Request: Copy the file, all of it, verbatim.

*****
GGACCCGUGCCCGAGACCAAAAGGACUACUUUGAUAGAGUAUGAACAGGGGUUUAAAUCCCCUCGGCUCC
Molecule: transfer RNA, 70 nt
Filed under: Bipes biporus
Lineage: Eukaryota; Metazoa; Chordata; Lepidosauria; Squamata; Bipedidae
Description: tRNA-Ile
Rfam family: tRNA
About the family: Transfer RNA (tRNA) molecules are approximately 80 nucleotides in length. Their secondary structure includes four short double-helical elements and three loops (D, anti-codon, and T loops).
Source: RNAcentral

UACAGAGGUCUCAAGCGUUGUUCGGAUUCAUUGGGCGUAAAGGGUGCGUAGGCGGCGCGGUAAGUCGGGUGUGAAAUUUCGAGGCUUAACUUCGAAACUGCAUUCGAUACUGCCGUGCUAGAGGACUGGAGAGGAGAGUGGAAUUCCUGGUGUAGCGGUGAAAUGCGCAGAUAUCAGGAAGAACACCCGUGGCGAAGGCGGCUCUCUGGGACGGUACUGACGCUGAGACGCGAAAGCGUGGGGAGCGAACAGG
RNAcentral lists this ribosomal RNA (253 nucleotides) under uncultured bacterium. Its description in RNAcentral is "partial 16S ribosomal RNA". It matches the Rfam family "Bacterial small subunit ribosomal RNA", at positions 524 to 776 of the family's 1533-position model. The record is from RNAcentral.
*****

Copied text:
GGACCCGUGCCCGAGACCAAAAGGACUACUUUGAUAGAGUAUGAACAGGGGUUUAAAUCCCCUCGGCUCC
Molecule: transfer RNA, 70 nt
Filed under: Bipes biporus
Lineage: Eukaryota; Metazoa; Chordata; Lepidosauria; Squamata; Bipedidae
Description: tRNA-Ile
Rfam family: tRNA
About the family: Transfer RNA (tRNA) molecules are approximately 80 nucleotides in length. Their secondary structure includes four short double-helical elements and three loops (D, anti-codon, and T loops).
Source: RNAcentral

UACAGAGGUCUCAAGCGUUGUUCGGAUUCAUUGGGCGUAAAGGGUGCGUAGGCGGCGCGGUAAGUCGGGUGUGAAAUUUCGAGGCUUAACUUCGAAACUGCAUUCGAUACUGCCGUGCUAGAGGACUGGAGAGGAGAGUGGAAUUCCUGGUGUAGCGGUGAAAUGCGCAGAUAUCAGGAAGAACACCCGUGGCGAAGGCGGCUCUCUGGGACGGUACUGACGCUGAGACGCGAAAGCGUGGGGAGCGAACAGG
RNAcentral lists this ribosomal RNA (253 nucleotides) under uncultured bacterium. Its description in RNAcentral is "partial 16S ribosomal RNA". It matches the Rfam family "Bacterial small subunit ribosomal RNA", at positions 524 to 776 of the family's 1533-position model. The record is from RNAcentral.